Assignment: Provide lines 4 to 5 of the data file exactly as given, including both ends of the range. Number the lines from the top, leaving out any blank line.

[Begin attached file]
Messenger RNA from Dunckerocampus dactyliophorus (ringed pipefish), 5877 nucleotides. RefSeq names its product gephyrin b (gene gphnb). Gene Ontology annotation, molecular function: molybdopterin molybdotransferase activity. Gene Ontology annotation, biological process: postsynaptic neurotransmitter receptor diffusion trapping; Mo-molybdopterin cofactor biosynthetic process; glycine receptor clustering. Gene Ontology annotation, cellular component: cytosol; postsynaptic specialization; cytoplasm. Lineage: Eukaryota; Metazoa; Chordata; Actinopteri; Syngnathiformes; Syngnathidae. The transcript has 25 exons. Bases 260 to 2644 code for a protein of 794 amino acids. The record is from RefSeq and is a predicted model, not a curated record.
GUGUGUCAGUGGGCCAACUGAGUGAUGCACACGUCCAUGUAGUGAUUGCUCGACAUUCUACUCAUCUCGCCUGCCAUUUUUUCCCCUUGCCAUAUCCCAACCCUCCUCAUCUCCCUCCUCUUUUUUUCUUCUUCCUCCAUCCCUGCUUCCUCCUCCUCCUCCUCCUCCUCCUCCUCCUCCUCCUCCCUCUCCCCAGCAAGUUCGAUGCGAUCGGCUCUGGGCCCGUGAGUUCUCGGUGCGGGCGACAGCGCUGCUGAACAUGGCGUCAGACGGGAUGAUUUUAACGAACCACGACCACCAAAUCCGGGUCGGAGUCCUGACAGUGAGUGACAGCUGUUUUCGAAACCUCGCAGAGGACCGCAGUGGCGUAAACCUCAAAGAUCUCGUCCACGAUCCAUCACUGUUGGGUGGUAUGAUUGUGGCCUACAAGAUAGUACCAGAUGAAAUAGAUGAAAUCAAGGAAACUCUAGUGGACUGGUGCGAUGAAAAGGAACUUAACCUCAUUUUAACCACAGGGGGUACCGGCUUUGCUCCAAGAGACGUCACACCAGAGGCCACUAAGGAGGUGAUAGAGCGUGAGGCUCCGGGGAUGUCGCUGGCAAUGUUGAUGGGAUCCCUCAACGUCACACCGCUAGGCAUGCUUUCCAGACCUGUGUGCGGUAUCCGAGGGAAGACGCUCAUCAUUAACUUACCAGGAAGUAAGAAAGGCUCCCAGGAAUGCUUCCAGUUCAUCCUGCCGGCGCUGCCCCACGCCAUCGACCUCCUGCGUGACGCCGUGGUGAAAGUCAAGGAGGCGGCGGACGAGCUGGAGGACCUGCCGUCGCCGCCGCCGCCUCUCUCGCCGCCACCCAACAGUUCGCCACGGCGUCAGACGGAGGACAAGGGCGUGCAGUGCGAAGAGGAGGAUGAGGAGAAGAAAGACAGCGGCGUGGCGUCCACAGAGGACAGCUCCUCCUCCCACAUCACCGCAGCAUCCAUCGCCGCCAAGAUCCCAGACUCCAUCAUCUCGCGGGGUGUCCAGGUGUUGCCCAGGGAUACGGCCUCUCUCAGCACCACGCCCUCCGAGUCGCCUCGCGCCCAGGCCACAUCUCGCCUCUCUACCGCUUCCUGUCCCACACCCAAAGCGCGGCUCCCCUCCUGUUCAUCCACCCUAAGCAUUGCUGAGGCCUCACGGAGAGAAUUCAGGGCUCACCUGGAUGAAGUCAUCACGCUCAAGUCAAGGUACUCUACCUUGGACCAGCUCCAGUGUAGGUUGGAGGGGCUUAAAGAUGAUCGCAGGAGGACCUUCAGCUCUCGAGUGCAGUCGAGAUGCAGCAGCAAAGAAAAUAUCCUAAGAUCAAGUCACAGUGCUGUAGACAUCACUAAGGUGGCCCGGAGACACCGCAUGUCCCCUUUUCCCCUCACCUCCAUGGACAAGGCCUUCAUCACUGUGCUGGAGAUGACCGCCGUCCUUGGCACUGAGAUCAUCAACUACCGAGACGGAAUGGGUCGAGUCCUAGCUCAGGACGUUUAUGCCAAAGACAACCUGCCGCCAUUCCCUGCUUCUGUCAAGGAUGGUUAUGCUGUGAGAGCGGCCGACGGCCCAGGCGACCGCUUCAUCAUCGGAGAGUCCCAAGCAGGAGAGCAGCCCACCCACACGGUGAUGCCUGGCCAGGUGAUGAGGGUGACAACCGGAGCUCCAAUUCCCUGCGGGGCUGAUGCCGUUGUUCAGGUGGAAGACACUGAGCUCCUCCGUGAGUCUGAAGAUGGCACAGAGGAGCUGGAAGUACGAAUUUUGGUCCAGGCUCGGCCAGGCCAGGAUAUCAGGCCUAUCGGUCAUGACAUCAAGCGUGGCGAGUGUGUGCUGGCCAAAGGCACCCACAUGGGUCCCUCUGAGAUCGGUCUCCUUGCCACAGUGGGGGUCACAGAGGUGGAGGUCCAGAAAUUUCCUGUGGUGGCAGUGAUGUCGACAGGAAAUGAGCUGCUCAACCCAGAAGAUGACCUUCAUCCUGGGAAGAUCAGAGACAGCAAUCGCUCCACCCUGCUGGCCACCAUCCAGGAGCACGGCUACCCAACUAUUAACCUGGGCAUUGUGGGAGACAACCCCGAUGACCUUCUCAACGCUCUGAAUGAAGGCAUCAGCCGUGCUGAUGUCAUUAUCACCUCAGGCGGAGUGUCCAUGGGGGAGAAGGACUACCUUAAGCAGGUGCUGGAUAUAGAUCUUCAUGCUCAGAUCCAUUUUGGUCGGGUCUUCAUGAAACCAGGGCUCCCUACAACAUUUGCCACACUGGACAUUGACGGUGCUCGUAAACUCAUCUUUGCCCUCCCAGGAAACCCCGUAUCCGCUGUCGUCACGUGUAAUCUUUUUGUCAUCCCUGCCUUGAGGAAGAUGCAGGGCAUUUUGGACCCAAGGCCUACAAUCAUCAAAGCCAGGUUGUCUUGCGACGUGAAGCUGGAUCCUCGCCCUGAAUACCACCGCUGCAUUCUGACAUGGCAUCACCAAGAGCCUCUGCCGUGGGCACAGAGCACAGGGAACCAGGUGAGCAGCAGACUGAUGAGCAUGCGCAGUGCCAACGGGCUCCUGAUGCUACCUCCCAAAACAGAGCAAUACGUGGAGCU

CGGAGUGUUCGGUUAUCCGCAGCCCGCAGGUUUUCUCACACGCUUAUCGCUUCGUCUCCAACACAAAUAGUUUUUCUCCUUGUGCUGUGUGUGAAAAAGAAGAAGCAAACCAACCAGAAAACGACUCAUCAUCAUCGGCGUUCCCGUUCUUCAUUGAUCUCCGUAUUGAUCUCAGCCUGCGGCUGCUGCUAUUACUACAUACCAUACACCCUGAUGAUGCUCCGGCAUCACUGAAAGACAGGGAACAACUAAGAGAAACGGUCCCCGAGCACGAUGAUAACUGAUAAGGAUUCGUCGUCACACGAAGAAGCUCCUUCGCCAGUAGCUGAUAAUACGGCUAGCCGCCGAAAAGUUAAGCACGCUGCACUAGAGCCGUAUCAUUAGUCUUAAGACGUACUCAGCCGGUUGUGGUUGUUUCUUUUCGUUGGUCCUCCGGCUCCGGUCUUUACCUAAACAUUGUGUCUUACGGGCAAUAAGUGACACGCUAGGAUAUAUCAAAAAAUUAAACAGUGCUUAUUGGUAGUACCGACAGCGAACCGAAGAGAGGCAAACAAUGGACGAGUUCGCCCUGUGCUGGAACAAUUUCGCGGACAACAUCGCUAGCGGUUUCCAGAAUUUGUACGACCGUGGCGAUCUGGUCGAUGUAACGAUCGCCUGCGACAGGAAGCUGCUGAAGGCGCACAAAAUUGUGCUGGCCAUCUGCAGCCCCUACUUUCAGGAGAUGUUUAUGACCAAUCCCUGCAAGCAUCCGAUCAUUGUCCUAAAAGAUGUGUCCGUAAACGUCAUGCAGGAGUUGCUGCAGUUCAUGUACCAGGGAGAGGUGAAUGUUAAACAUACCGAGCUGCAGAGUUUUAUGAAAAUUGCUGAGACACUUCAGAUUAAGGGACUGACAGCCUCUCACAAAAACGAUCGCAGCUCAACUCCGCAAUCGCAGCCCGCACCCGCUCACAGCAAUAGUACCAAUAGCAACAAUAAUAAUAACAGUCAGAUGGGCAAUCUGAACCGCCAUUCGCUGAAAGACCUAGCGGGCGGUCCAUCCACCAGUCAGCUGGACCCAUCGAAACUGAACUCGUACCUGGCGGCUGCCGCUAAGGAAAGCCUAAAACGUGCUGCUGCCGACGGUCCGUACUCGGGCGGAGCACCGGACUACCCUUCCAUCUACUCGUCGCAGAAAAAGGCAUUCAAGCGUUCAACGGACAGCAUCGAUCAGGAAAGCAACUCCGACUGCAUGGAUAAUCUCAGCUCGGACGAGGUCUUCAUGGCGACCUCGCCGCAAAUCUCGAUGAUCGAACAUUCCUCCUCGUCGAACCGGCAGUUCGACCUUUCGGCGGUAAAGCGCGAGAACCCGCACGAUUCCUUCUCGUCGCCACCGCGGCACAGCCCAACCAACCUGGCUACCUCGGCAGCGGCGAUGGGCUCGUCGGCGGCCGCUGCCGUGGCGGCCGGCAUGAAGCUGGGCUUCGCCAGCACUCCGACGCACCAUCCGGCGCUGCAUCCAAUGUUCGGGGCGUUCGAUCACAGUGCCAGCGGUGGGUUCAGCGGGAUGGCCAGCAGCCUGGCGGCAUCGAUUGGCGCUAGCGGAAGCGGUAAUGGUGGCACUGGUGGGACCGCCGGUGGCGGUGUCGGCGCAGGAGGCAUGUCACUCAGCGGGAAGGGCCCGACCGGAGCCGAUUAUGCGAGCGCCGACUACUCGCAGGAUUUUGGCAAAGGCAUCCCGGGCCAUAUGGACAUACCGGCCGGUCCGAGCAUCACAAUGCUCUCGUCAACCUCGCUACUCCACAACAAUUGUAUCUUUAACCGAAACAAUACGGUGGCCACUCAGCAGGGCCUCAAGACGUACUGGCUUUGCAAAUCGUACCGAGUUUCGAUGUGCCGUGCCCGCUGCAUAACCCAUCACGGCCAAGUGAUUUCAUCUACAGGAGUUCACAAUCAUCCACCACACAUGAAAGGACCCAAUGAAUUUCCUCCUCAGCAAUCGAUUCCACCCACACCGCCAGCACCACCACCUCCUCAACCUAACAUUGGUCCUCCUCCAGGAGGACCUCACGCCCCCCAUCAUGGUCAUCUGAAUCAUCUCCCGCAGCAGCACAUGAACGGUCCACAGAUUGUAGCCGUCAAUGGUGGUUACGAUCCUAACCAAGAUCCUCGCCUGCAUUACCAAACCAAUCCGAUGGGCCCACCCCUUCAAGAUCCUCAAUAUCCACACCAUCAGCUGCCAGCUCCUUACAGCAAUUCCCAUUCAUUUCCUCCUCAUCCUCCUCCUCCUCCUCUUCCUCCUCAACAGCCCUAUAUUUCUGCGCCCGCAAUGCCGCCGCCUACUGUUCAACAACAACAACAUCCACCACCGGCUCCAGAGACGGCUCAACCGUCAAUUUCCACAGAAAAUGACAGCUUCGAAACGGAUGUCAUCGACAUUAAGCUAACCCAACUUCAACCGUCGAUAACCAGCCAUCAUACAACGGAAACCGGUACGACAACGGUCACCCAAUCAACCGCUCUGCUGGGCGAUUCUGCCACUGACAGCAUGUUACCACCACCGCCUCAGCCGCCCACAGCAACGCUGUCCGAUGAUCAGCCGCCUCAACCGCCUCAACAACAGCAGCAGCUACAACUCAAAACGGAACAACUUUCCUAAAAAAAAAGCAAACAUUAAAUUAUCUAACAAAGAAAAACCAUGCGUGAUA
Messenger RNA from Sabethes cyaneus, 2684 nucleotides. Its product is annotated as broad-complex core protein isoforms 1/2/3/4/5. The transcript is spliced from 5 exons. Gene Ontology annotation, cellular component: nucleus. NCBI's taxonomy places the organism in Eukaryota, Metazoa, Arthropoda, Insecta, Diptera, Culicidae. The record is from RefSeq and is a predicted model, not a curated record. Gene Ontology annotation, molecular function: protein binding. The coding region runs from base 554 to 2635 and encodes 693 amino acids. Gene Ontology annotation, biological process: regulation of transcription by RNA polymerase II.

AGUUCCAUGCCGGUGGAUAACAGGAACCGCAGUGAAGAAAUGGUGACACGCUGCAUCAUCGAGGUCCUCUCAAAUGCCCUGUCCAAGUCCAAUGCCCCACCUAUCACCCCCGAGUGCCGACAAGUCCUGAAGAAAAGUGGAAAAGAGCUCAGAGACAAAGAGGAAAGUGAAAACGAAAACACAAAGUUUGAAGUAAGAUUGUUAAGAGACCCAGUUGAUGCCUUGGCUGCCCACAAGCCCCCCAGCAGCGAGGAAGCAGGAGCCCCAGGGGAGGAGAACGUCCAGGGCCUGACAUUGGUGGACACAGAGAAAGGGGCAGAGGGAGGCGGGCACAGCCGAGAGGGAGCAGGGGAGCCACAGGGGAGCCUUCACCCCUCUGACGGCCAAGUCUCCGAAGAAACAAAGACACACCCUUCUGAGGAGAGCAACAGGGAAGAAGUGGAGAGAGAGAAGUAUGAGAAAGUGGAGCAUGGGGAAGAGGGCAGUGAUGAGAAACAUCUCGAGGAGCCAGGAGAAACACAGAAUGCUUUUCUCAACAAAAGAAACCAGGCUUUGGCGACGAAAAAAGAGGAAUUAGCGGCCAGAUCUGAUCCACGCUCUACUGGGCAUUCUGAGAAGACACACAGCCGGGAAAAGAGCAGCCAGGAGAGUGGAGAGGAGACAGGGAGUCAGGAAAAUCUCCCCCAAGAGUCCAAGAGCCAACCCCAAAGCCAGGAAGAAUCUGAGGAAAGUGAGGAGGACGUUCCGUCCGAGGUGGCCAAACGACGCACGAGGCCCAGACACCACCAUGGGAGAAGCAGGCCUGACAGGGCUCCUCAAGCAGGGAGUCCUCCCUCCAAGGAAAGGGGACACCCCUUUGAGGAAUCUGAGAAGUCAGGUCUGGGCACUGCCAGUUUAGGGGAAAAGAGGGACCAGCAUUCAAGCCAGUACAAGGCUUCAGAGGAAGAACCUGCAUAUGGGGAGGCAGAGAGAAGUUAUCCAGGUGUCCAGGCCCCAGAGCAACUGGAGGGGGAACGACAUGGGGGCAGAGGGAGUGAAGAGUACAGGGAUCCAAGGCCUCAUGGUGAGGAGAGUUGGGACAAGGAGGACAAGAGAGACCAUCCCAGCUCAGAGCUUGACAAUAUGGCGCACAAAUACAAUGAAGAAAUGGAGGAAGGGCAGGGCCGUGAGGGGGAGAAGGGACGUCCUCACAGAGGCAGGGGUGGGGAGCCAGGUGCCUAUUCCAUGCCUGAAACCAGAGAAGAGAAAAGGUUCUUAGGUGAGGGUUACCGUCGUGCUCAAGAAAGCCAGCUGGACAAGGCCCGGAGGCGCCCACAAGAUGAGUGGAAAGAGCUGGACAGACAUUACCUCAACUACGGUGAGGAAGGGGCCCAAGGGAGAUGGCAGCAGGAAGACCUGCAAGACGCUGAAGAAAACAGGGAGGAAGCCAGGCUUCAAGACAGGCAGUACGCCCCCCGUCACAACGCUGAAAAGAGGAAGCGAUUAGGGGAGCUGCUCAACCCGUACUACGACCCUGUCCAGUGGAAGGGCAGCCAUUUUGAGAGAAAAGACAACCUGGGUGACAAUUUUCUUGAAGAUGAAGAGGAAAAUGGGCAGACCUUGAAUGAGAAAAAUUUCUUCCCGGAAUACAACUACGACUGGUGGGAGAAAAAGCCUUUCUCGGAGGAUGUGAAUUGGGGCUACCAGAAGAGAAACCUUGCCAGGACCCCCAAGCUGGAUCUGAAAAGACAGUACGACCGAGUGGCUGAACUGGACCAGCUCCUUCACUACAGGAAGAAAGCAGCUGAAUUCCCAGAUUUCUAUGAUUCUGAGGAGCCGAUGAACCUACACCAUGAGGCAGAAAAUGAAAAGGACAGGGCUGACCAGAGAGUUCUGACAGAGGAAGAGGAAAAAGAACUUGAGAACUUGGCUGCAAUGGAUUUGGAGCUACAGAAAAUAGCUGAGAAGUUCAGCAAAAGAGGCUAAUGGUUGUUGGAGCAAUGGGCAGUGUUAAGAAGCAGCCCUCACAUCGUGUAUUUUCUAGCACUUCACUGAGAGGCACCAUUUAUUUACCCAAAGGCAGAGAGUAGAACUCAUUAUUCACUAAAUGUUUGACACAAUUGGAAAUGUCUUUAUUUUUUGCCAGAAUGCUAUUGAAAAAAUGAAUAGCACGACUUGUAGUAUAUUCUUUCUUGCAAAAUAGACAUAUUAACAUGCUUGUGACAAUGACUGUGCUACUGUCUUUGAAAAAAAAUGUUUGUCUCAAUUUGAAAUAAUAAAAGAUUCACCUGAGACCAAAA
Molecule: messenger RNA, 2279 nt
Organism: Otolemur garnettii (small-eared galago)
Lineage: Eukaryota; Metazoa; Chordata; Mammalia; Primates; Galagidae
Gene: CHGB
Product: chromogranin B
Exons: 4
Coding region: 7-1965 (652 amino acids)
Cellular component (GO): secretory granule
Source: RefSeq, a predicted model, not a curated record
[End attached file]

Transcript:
Messenger RNA from Sabethes cyaneus, 2684 nucleotides. Its product is annotated as broad-complex core protein isoforms 1/2/3/4/5. The transcript is spliced from 5 exons. Gene Ontology annotation, cellular component: nucleus. NCBI's taxonomy places the organism in Eukaryota, Metazoa, Arthropoda, Insecta, Diptera, Culicidae. The record is from RefSeq and is a predicted model, not a curated record. Gene Ontology annotation, molecular function: protein binding. The coding region runs from base 554 to 2635 and encodes 693 amino acids. Gene Ontology annotation, biological process: regulation of transcription by RNA polymerase II.

AGUUCCAUGCCGGUGGAUAACAGGAACCGCAGUGAAGAAAUGGUGACACGCUGCAUCAUCGAGGUCCUCUCAAAUGCCCUGUCCAAGUCCAAUGCCCCACCUAUCACCCCCGAGUGCCGACAAGUCCUGAAGAAAAGUGGAAAAGAGCUCAGAGACAAAGAGGAAAGUGAAAACGAAAACACAAAGUUUGAAGUAAGAUUGUUAAGAGACCCAGUUGAUGCCUUGGCUGCCCACAAGCCCCCCAGCAGCGAGGAAGCAGGAGCCCCAGGGGAGGAGAACGUCCAGGGCCUGACAUUGGUGGACACAGAGAAAGGGGCAGAGGGAGGCGGGCACAGCCGAGAGGGAGCAGGGGAGCCACAGGGGAGCCUUCACCCCUCUGACGGCCAAGUCUCCGAAGAAACAAAGACACACCCUUCUGAGGAGAGCAACAGGGAAGAAGUGGAGAGAGAGAAGUAUGAGAAAGUGGAGCAUGGGGAAGAGGGCAGUGAUGAGAAACAUCUCGAGGAGCCAGGAGAAACACAGAAUGCUUUUCUCAACAAAAGAAACCAGGCUUUGGCGACGAAAAAAGAGGAAUUAGCGGCCAGAUCUGAUCCACGCUCUACUGGGCAUUCUGAGAAGACACACAGCCGGGAAAAGAGCAGCCAGGAGAGUGGAGAGGAGACAGGGAGUCAGGAAAAUCUCCCCCAAGAGUCCAAGAGCCAACCCCAAAGCCAGGAAGAAUCUGAGGAAAGUGAGGAGGACGUUCCGUCCGAGGUGGCCAAACGACGCACGAGGCCCAGACACCACCAUGGGAGAAGCAGGCCUGACAGGGCUCCUCAAGCAGGGAGUCCUCCCUCCAAGGAAAGGGGACACCCCUUUGAGGAAUCUGAGAAGUCAGGUCUGGGCACUGCCAGUUUAGGGGAAAAGAGGGACCAGCAUUCAAGCCAGUACAAGGCUUCAGAGGAAGAACCUGCAUAUGGGGAGGCAGAGAGAAGUUAUCCAGGUGUCCAGGCCCCAGAGCAACUGGAGGGGGAACGACAUGGGGGCAGAGGGAGUGAAGAGUACAGGGAUCCAAGGCCUCAUGGUGAGGAGAGUUGGGACAAGGAGGACAAGAGAGACCAUCCCAGCUCAGAGCUUGACAAUAUGGCGCACAAAUACAAUGAAGAAAUGGAGGAAGGGCAGGGCCGUGAGGGGGAGAAGGGACGUCCUCACAGAGGCAGGGGUGGGGAGCCAGGUGCCUAUUCCAUGCCUGAAACCAGAGAAGAGAAAAGGUUCUUAGGUGAGGGUUACCGUCGUGCUCAAGAAAGCCAGCUGGACAAGGCCCGGAGGCGCCCACAAGAUGAGUGGAAAGAGCUGGACAGACAUUACCUCAACUACGGUGAGGAAGGGGCCCAAGGGAGAUGGCAGCAGGAAGACCUGCAAGACGCUGAAGAAAACAGGGAGGAAGCCAGGCUUCAAGACAGGCAGUACGCCCCCCGUCACAACGCUGAAAAGAGGAAGCGAUUAGGGGAGCUGCUCAACCCGUACUACGACCCUGUCCAGUGGAAGGGCAGCCAUUUUGAGAGAAAAGACAACCUGGGUGACAAUUUUCUUGAAGAUGAAGAGGAAAAUGGGCAGACCUUGAAUGAGAAAAAUUUCUUCCCGGAAUACAACUACGACUGGUGGGAGAAAAAGCCUUUCUCGGAGGAUGUGAAUUGGGGCUACCAGAAGAGAAACCUUGCCAGGACCCCCAAGCUGGAUCUGAAAAGACAGUACGACCGAGUGGCUGAACUGGACCAGCUCCUUCACUACAGGAAGAAAGCAGCUGAAUUCCCAGAUUUCUAUGAUUCUGAGGAGCCGAUGAACCUACACCAUGAGGCAGAAAAUGAAAAGGACAGGGCUGACCAGAGAGUUCUGACAGAGGAAGAGGAAAAAGAACUUGAGAACUUGGCUGCAAUGGAUUUGGAGCUACAGAAAAUAGCUGAGAAGUUCAGCAAAAGAGGCUAAUGGUUGUUGGAGCAAUGGGCAGUGUUAAGAAGCAGCCCUCACAUCGUGUAUUUUCUAGCACUUCACUGAGAGGCACCAUUUAUUUACCCAAAGGCAGAGAGUAGAACUCAUUAUUCACUAAAUGUUUGACACAAUUGGAAAUGUCUUUAUUUUUUGCCAGAAUGCUAUUGAAAAAAUGAAUAGCACGACUUGUAGUAUAUUCUUUCUUGCAAAAUAGACAUAUUAACAUGCUUGUGACAAUGACUGUGCUACUGUCUUUGAAAAAAAAUGUUUGUCUCAAUUUGAAAUAAUAAAAGAUUCACCUGAGACCAAAA